Decision time approaching for the car insurance industry


The first and arguably most important factor to recognize about the business of insurance is that it is for profit. Although the effect of the service is socially useful, the companies’ motivation is to maximize the profit resulting from the collection of premium income. Under those circumstances, there’s always pressure on insurers to keep the premium rates high. If savings are made, the stockholders prefer to see their dividends increase rather than the benefits of the savings being passed on to the policyholders. This makes the work of the Insurance Institute for Highway Safety ambiguous. This is a nonprofit organization set up by the insurance industry to research questions of car safety. It has become a thorn in the side of the motor manufacturers and the federal government which is responsible for regulating the manufacturers. By constantly pushing forward with new and better-designed crash tests, more and more vehicles have been exposed as unsafe.

This has pressured the government to update its own testing regime and to change its licensing terms for the manufacturers. So far this is all good.

The most recent models

The latest round of tests by the IIHS looked at seventy-four mid-sized cars and SUVs officially labeled 2013 and 2014. Seven of those vehicles received the highest possible award, recognizing their car design technologies as the best so far. The fact all seven vehicles are fitted with front collision warning and automatic braking systems is a warning to all manufacturers that engineering progress cannot be held back. Safety should be the highest priority.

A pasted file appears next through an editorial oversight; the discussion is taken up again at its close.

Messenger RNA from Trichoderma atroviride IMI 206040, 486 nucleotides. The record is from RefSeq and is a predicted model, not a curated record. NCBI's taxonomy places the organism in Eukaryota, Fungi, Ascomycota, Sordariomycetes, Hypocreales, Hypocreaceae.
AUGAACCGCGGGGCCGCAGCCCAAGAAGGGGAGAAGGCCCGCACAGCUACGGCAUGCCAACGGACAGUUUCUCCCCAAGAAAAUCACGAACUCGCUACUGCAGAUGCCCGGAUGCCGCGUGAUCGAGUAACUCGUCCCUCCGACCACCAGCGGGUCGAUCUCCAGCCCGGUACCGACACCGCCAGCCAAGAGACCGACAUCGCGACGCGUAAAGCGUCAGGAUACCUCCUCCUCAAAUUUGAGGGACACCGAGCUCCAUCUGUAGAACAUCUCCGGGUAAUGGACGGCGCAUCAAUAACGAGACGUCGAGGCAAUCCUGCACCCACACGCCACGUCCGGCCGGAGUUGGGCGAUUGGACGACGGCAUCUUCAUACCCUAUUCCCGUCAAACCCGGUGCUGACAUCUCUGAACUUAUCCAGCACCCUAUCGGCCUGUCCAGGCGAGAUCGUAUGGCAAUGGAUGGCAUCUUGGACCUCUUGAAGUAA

Should the manufacturers respond positively, the volume of these new safety features will mean the unit cost falls? Safer vehicles become more affordable for all.

What is the reaction of the car insurance industry?


Here comes the irony. The insurance industry pays for the work of the IIHS. There’s a levy on all insurance companies. But so far, the insurers have not begun to offer discounts to those who buy the vehicles fitted with the best of the new safety technologies. This is a “jam tomorrow” approach to running the business. Spokespersons for different insurers are following a set script. They say that as the new systems are built into more makes and models, driving standards will improve and there will be fewer claims. If there are fewer claims, annual premium rates can then fall. Until then, the insurers prefer to wait and see how many claims are made by those driving these new models. They point out that humans drive the vehicles. The mere fact the vehicles have safety technology does not of itself make the drivers safer. The drivers can still do silly things.

The insurance industry is therefore making a rod for its own back. On the one hand it is saying to the manufacturers that they must build safer vehicles and criticizing government for failing to impose stricter regulations, but on the other hand it is refusing to reward those who buy the safest vehicles. At some point the car insurance industry must bite the bullet and reduce the premium rates for those who buy the safest vehicles. That’s the only rational response to the work of the IIHS.

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